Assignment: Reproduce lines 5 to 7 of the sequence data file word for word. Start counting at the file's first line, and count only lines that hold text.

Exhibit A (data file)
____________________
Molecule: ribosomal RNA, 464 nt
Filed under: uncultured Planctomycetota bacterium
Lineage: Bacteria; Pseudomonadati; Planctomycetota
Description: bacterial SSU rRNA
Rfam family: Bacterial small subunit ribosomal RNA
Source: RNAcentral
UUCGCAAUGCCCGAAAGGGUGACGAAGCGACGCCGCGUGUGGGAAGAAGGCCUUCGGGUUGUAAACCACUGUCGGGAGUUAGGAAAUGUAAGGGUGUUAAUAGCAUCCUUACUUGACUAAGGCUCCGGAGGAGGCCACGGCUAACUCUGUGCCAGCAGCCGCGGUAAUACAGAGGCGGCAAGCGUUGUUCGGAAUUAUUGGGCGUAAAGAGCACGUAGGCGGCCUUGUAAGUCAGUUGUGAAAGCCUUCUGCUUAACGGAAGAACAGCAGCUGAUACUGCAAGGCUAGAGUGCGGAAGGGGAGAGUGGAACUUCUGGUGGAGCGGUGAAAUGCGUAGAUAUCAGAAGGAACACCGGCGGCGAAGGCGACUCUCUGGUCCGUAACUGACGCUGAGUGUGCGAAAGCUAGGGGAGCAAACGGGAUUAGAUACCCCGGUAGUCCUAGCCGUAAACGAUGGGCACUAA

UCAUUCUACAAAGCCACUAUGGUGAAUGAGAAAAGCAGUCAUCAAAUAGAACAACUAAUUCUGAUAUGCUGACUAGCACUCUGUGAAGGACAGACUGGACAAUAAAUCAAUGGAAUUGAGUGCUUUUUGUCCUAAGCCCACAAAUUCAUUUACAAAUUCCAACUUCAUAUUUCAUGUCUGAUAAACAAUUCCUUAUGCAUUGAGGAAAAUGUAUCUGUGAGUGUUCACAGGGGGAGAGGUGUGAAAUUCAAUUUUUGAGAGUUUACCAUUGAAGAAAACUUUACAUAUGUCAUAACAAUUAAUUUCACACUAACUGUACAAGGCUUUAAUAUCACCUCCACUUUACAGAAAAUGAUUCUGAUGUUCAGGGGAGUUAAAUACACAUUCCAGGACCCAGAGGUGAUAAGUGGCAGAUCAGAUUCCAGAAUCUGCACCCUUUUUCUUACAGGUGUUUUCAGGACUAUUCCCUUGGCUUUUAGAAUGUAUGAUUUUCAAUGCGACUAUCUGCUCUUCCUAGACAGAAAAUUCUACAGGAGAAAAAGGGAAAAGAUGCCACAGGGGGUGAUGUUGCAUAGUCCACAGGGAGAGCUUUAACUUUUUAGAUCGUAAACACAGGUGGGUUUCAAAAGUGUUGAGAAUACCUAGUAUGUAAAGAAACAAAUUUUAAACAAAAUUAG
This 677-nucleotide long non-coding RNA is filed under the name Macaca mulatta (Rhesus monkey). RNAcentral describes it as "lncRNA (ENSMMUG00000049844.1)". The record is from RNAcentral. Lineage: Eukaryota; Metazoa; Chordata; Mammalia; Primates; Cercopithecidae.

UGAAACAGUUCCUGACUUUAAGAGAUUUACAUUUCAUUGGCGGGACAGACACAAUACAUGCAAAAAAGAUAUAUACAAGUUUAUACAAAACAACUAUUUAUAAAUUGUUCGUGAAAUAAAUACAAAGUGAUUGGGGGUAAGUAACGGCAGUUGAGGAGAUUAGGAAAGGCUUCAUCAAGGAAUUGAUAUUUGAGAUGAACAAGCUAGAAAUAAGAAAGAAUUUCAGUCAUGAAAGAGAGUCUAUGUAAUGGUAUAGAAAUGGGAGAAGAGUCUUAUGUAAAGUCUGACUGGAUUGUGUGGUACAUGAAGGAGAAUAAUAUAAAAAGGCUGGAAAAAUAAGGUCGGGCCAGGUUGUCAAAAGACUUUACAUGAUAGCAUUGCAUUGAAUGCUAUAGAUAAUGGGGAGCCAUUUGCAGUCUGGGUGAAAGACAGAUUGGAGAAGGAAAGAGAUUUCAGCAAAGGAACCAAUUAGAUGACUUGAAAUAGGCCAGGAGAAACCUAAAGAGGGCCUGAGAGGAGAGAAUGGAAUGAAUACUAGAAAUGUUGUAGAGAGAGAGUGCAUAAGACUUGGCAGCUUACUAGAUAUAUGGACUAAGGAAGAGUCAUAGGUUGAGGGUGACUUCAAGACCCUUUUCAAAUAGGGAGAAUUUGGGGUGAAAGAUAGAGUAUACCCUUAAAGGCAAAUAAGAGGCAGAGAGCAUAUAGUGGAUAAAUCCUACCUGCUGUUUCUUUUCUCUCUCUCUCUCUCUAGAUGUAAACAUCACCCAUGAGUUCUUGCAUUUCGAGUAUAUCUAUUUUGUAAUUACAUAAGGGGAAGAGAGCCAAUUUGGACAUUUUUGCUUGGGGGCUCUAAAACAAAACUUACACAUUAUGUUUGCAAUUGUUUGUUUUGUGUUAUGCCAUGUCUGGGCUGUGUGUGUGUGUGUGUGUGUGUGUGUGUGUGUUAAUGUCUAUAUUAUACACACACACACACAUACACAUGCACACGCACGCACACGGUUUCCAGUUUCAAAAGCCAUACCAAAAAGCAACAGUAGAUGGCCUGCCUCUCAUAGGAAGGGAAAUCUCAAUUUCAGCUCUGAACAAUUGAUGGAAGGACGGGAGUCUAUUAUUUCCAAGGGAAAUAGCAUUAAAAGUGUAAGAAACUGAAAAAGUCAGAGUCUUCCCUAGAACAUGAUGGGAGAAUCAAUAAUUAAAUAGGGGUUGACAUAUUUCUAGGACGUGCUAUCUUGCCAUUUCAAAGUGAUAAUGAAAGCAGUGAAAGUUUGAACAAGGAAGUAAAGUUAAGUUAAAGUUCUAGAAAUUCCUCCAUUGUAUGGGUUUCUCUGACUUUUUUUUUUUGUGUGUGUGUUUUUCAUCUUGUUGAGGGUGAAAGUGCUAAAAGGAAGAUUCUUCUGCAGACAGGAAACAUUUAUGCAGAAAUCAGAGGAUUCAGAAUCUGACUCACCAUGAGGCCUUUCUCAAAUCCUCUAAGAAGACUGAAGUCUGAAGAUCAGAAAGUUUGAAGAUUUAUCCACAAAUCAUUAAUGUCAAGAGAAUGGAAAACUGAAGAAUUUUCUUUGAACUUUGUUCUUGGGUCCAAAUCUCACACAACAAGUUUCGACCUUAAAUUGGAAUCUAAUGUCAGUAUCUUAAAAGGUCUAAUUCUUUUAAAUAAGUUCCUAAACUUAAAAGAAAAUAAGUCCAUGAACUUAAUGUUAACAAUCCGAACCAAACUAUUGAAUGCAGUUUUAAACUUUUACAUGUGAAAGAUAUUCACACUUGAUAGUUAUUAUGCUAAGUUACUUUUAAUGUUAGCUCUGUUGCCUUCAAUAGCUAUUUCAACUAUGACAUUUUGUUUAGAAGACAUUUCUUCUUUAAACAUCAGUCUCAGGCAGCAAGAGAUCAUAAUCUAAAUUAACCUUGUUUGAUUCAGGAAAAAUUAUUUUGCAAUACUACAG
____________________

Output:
Rfam family: Bacterial small subunit ribosomal RNA
Source: RNAcentral
UUCGCAAUGCCCGAAAGGGUGACGAAGCGACGCCGCGUGUGGGAAGAAGGCCUUCGGGUUGUAAACCACUGUCGGGAGUUAGGAAAUGUAAGGGUGUUAAUAGCAUCCUUACUUGACUAAGGCUCCGGAGGAGGCCACGGCUAACUCUGUGCCAGCAGCCGCGGUAAUACAGAGGCGGCAAGCGUUGUUCGGAAUUAUUGGGCGUAAAGAGCACGUAGGCGGCCUUGUAAGUCAGUUGUGAAAGCCUUCUGCUUAACGGAAGAACAGCAGCUGAUACUGCAAGGCUAGAGUGCGGAAGGGGAGAGUGGAACUUCUGGUGGAGCGGUGAAAUGCGUAGAUAUCAGAAGGAACACCGGCGGCGAAGGCGACUCUCUGGUCCGUAACUGACGCUGAGUGUGCGAAAGCUAGGGGAGCAAACGGGAUUAGAUACCCCGGUAGUCCUAGCCGUAAACGAUGGGCACUAA